Tuesday, June 24, 2014


4 years sober. Incredible.
If I can do it anyone can.
I lost track of my sober date, so when I came to my blog to check it out I was surprised that I had missed it. That's how life gets though, after you have been sober for a while. I stopped counting a long time ago but I still say the milestones out loud to a few of the people closest to me.
I can't imagine what my life would be like right now if I had come home from Afghanistan as an alcoholic. It's hard enough managing PTSD without the added burden of being a drunk! It's a sad reality for a lot of veterans though. Self medicating through alcohol is huge in the military community. I still have friends who drink but a majority of them don't. That has been critical in recovery. You know what else I notice? The fact that my husband and I don't drink encourages other people around us not to drink. It's kind of awesome. We are in a position now of helping others who drink too much. It's easier for me to talk about to other people. My husband even refers some of our clients to me when they admit to him that they think they might have a problem with drinking.
When I started on my path to sobriety I didn't tell anyone. I just sobered up. When my husband noticed that I wasn't drinking anymore I admitted to him that I knew that I was an alcoholic. And you know what? He was so proud of me for quitting. He asked me why I didn't tell him earlier. I realized at that time that I had to get sober for myself. Not for him, not for anyone else, for me.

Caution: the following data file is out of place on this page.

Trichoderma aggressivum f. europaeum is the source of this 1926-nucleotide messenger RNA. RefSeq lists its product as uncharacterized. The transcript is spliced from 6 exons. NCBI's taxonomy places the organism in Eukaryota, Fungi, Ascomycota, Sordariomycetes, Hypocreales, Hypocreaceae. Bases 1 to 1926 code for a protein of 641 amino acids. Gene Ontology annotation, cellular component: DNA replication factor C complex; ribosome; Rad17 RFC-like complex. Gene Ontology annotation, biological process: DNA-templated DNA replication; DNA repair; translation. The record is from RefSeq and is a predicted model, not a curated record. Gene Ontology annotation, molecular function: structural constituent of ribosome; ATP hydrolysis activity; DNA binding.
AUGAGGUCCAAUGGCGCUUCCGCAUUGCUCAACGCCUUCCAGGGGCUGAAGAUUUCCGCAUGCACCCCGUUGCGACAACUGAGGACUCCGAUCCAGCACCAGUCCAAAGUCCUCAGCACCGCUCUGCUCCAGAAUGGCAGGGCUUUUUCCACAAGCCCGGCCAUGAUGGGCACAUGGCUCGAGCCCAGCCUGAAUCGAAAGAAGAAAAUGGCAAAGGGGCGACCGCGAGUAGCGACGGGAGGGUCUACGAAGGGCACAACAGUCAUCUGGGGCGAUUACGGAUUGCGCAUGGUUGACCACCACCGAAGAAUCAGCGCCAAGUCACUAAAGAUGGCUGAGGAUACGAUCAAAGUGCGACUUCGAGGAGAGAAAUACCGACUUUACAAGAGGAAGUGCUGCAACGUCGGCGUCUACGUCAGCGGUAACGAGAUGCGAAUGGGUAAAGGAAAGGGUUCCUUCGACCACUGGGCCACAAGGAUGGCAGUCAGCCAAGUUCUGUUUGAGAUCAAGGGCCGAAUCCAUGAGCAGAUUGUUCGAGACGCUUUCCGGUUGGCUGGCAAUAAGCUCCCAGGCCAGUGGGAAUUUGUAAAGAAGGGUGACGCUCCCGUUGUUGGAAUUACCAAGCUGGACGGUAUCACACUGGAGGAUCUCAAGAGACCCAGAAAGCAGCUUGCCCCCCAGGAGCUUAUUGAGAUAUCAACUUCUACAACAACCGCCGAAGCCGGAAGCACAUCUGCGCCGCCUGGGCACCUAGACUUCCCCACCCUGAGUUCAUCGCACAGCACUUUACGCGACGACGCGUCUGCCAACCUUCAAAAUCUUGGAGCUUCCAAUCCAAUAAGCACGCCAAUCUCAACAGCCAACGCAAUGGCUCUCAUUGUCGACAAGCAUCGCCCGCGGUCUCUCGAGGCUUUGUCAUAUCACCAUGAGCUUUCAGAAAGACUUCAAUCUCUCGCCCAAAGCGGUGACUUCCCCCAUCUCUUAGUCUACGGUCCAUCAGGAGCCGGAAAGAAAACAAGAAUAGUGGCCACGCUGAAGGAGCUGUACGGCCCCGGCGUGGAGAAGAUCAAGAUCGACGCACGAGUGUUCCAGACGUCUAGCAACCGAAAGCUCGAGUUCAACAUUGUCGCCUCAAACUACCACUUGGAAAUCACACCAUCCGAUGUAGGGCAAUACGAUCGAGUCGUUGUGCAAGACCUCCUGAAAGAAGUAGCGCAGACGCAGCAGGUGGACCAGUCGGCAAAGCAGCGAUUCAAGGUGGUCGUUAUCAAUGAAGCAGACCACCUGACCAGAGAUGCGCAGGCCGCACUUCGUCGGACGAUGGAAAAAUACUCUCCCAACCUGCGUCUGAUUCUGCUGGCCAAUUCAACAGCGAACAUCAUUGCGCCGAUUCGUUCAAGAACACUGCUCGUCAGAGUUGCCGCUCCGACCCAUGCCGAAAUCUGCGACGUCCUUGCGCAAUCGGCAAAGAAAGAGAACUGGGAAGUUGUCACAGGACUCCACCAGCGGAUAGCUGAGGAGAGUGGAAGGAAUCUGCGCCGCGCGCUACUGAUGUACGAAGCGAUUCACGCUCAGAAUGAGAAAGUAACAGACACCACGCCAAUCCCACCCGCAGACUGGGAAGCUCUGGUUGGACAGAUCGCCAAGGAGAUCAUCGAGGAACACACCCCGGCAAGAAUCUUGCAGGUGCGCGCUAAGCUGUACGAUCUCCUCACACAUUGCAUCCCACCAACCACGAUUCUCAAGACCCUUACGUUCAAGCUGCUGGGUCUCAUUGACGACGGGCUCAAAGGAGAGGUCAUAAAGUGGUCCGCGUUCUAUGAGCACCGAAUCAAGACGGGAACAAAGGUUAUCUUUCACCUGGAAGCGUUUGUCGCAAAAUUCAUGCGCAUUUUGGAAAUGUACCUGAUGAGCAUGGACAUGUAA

Eventually I told my cousin/best friend. She was a long time drinking buddy and it was a hard thing to do. She loved me anyways. And life went on just like that. Sober.
I have had my ups and downs. It hasn't been easy all the time but something stuck with me. I can't remember where I read this- so if you wrote it let me know. I read a story about a guy who sobered up. Some time later his daughter died and he turned to alcohol. Then he said, "When I sobered up I realized she was still dead." This stayed with me because sometimes when things get bad I remember that. No matter what happens- if I start drinking the problem/issue/pain is still going to be there when I sober up.
I'm 4 years sober.


  1. Congratulations. You are a miracle. And thank YOU for serving and keeping us free. Freedom from alcohol....god bless you..!!

  2. Your post was an incredible summation of experiencing childhood in al alcoholic crew. I simply sent a connection to this post to three of my nieces and one sister in law. I printing it and taking it to the penitentiary where I volunteer.

  3. I'm happy to hear that you and your husband have been a stepping stone for others toward sobriety. It can be very hard to admit to oneself that they are an alcoholic, but you accepted it and overcame it. I am genuinely proud of you because of that. Alcohol only solves the problem temporarily. It can even leave you with a bad hangover, which can only make matters worse. I'm glad there are people like you who understand that and live by it. I wish you and you husband all the best! :)

    Donnie Benson @ Midwest Institute for Addiction